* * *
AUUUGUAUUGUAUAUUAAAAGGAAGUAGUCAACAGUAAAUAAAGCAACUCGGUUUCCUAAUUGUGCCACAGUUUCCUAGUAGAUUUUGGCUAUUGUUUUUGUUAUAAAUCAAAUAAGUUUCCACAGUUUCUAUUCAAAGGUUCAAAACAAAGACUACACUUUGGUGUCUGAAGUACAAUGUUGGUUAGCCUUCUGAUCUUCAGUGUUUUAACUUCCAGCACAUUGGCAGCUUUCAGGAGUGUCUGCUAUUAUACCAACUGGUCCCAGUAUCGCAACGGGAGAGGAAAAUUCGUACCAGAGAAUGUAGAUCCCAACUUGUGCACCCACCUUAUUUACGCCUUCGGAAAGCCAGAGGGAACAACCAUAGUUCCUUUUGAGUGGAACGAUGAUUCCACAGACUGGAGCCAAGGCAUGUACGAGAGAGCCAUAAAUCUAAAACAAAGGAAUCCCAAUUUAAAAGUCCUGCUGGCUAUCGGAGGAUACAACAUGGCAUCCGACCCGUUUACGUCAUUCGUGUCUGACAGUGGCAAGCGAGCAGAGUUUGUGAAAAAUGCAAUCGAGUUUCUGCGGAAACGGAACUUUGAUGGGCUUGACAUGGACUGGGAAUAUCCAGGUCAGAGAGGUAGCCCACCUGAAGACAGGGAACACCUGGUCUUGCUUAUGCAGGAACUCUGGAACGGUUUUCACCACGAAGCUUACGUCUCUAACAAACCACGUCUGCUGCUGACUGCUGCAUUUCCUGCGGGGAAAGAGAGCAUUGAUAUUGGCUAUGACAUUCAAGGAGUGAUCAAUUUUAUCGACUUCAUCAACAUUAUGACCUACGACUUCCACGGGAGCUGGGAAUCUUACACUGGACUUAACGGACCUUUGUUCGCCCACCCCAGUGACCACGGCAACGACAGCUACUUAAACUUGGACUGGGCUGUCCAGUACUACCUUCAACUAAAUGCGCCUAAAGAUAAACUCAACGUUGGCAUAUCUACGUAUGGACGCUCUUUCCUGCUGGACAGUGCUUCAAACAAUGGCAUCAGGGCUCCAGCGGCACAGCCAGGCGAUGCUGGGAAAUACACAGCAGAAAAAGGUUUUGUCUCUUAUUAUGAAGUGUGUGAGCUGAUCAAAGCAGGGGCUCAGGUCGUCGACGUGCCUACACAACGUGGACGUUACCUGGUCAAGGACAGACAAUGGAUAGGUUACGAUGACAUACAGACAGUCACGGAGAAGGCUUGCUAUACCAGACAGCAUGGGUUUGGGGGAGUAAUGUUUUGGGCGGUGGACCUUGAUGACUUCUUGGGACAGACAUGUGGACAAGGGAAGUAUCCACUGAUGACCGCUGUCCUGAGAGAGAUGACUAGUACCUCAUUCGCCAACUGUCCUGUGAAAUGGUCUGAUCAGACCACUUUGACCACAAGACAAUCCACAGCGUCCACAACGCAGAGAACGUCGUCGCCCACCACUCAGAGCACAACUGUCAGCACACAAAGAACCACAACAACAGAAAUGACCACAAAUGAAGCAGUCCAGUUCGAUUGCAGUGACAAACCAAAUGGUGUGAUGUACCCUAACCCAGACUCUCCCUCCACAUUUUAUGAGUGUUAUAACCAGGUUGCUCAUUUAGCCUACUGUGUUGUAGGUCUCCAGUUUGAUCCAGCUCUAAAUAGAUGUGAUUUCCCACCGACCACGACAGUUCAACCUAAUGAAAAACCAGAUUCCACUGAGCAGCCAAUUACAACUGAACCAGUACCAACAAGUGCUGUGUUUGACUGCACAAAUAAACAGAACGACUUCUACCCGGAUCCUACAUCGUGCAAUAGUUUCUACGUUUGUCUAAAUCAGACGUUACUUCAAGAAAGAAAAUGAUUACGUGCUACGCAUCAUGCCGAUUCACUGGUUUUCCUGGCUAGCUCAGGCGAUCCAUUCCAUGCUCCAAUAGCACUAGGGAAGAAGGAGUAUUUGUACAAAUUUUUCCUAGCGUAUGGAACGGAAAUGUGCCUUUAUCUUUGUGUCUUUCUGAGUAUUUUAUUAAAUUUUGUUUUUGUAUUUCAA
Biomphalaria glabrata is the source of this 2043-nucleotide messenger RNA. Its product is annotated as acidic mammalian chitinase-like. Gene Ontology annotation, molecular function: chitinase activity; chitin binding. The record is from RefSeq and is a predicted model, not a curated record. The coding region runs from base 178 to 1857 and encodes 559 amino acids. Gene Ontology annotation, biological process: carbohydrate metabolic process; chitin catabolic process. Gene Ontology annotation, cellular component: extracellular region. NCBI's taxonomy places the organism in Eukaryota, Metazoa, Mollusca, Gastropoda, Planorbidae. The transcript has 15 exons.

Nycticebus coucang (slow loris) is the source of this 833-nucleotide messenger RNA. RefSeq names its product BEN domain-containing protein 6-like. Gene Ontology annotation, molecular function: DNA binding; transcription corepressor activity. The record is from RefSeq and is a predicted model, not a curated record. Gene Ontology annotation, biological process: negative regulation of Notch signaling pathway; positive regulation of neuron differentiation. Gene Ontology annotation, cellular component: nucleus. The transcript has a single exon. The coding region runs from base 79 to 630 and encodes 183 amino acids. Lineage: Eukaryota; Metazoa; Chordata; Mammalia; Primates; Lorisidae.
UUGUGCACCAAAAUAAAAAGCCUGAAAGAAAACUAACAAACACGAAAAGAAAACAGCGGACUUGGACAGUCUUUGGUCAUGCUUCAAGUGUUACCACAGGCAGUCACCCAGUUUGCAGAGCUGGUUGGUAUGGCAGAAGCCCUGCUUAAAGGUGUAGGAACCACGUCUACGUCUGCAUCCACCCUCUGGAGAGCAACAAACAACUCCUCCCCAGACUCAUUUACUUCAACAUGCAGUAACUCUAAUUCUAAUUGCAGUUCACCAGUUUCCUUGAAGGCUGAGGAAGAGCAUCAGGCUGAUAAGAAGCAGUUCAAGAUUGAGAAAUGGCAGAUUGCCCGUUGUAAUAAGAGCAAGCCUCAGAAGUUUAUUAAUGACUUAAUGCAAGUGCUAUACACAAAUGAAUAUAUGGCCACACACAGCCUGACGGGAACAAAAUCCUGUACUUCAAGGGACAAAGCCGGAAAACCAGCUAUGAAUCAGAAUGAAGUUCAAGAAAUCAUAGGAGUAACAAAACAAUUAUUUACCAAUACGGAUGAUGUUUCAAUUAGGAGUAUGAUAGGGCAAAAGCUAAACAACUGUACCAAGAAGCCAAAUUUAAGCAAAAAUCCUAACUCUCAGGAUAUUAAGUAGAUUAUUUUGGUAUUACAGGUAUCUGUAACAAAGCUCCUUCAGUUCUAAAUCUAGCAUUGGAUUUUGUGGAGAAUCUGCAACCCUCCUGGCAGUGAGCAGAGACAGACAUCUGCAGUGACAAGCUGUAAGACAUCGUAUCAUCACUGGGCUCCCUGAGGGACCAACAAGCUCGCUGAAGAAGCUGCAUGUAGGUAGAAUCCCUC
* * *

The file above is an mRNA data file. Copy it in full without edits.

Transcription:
AUUUGUAUUGUAUAUUAAAAGGAAGUAGUCAACAGUAAAUAAAGCAACUCGGUUUCCUAAUUGUGCCACAGUUUCCUAGUAGAUUUUGGCUAUUGUUUUUGUUAUAAAUCAAAUAAGUUUCCACAGUUUCUAUUCAAAGGUUCAAAACAAAGACUACACUUUGGUGUCUGAAGUACAAUGUUGGUUAGCCUUCUGAUCUUCAGUGUUUUAACUUCCAGCACAUUGGCAGCUUUCAGGAGUGUCUGCUAUUAUACCAACUGGUCCCAGUAUCGCAACGGGAGAGGAAAAUUCGUACCAGAGAAUGUAGAUCCCAACUUGUGCACCCACCUUAUUUACGCCUUCGGAAAGCCAGAGGGAACAACCAUAGUUCCUUUUGAGUGGAACGAUGAUUCCACAGACUGGAGCCAAGGCAUGUACGAGAGAGCCAUAAAUCUAAAACAAAGGAAUCCCAAUUUAAAAGUCCUGCUGGCUAUCGGAGGAUACAACAUGGCAUCCGACCCGUUUACGUCAUUCGUGUCUGACAGUGGCAAGCGAGCAGAGUUUGUGAAAAAUGCAAUCGAGUUUCUGCGGAAACGGAACUUUGAUGGGCUUGACAUGGACUGGGAAUAUCCAGGUCAGAGAGGUAGCCCACCUGAAGACAGGGAACACCUGGUCUUGCUUAUGCAGGAACUCUGGAACGGUUUUCACCACGAAGCUUACGUCUCUAACAAACCACGUCUGCUGCUGACUGCUGCAUUUCCUGCGGGGAAAGAGAGCAUUGAUAUUGGCUAUGACAUUCAAGGAGUGAUCAAUUUUAUCGACUUCAUCAACAUUAUGACCUACGACUUCCACGGGAGCUGGGAAUCUUACACUGGACUUAACGGACCUUUGUUCGCCCACCCCAGUGACCACGGCAACGACAGCUACUUAAACUUGGACUGGGCUGUCCAGUACUACCUUCAACUAAAUGCGCCUAAAGAUAAACUCAACGUUGGCAUAUCUACGUAUGGACGCUCUUUCCUGCUGGACAGUGCUUCAAACAAUGGCAUCAGGGCUCCAGCGGCACAGCCAGGCGAUGCUGGGAAAUACACAGCAGAAAAAGGUUUUGUCUCUUAUUAUGAAGUGUGUGAGCUGAUCAAAGCAGGGGCUCAGGUCGUCGACGUGCCUACACAACGUGGACGUUACCUGGUCAAGGACAGACAAUGGAUAGGUUACGAUGACAUACAGACAGUCACGGAGAAGGCUUGCUAUACCAGACAGCAUGGGUUUGGGGGAGUAAUGUUUUGGGCGGUGGACCUUGAUGACUUCUUGGGACAGACAUGUGGACAAGGGAAGUAUCCACUGAUGACCGCUGUCCUGAGAGAGAUGACUAGUACCUCAUUCGCCAACUGUCCUGUGAAAUGGUCUGAUCAGACCACUUUGACCACAAGACAAUCCACAGCGUCCACAACGCAGAGAACGUCGUCGCCCACCACUCAGAGCACAACUGUCAGCACACAAAGAACCACAACAACAGAAAUGACCACAAAUGAAGCAGUCCAGUUCGAUUGCAGUGACAAACCAAAUGGUGUGAUGUACCCUAACCCAGACUCUCCCUCCACAUUUUAUGAGUGUUAUAACCAGGUUGCUCAUUUAGCCUACUGUGUUGUAGGUCUCCAGUUUGAUCCAGCUCUAAAUAGAUGUGAUUUCCCACCGACCACGACAGUUCAACCUAAUGAAAAACCAGAUUCCACUGAGCAGCCAAUUACAACUGAACCAGUACCAACAAGUGCUGUGUUUGACUGCACAAAUAAACAGAACGACUUCUACCCGGAUCCUACAUCGUGCAAUAGUUUCUACGUUUGUCUAAAUCAGACGUUACUUCAAGAAAGAAAAUGAUUACGUGCUACGCAUCAUGCCGAUUCACUGGUUUUCCUGGCUAGCUCAGGCGAUCCAUUCCAUGCUCCAAUAGCACUAGGGAAGAAGGAGUAUUUGUACAAAUUUUUCCUAGCGUAUGGAACGGAAAUGUGCCUUUAUCUUUGUGUCUUUCUGAGUAUUUUAUUAAAUUUUGUUUUUGUAUUUCAA
Biomphalaria glabrata is the source of this 2043-nucleotide messenger RNA. Its product is annotated as acidic mammalian chitinase-like. Gene Ontology annotation, molecular function: chitinase activity; chitin binding. The record is from RefSeq and is a predicted model, not a curated record. The coding region runs from base 178 to 1857 and encodes 559 amino acids. Gene Ontology annotation, biological process: carbohydrate metabolic process; chitin catabolic process. Gene Ontology annotation, cellular component: extracellular region. NCBI's taxonomy places the organism in Eukaryota, Metazoa, Mollusca, Gastropoda, Planorbidae. The transcript has 15 exons.

Nycticebus coucang (slow loris) is the source of this 833-nucleotide messenger RNA. RefSeq names its product BEN domain-containing protein 6-like. Gene Ontology annotation, molecular function: DNA binding; transcription corepressor activity. The record is from RefSeq and is a predicted model, not a curated record. Gene Ontology annotation, biological process: negative regulation of Notch signaling pathway; positive regulation of neuron differentiation. Gene Ontology annotation, cellular component: nucleus. The transcript has a single exon. The coding region runs from base 79 to 630 and encodes 183 amino acids. Lineage: Eukaryota; Metazoa; Chordata; Mammalia; Primates; Lorisidae.
UUGUGCACCAAAAUAAAAAGCCUGAAAGAAAACUAACAAACACGAAAAGAAAACAGCGGACUUGGACAGUCUUUGGUCAUGCUUCAAGUGUUACCACAGGCAGUCACCCAGUUUGCAGAGCUGGUUGGUAUGGCAGAAGCCCUGCUUAAAGGUGUAGGAACCACGUCUACGUCUGCAUCCACCCUCUGGAGAGCAACAAACAACUCCUCCCCAGACUCAUUUACUUCAACAUGCAGUAACUCUAAUUCUAAUUGCAGUUCACCAGUUUCCUUGAAGGCUGAGGAAGAGCAUCAGGCUGAUAAGAAGCAGUUCAAGAUUGAGAAAUGGCAGAUUGCCCGUUGUAAUAAGAGCAAGCCUCAGAAGUUUAUUAAUGACUUAAUGCAAGUGCUAUACACAAAUGAAUAUAUGGCCACACACAGCCUGACGGGAACAAAAUCCUGUACUUCAAGGGACAAAGCCGGAAAACCAGCUAUGAAUCAGAAUGAAGUUCAAGAAAUCAUAGGAGUAACAAAACAAUUAUUUACCAAUACGGAUGAUGUUUCAAUUAGGAGUAUGAUAGGGCAAAAGCUAAACAACUGUACCAAGAAGCCAAAUUUAAGCAAAAAUCCUAACUCUCAGGAUAUUAAGUAGAUUAUUUUGGUAUUACAGGUAUCUGUAACAAAGCUCCUUCAGUUCUAAAUCUAGCAUUGGAUUUUGUGGAGAAUCUGCAACCCUCCUGGCAGUGAGCAGAGACAGACAUCUGCAGUGACAAGCUGUAAGACAUCGUAUCAUCACUGGGCUCCCUGAGGGACCAACAAGCUCGCUGAAGAAGCUGCAUGUAGGUAGAAUCCCUC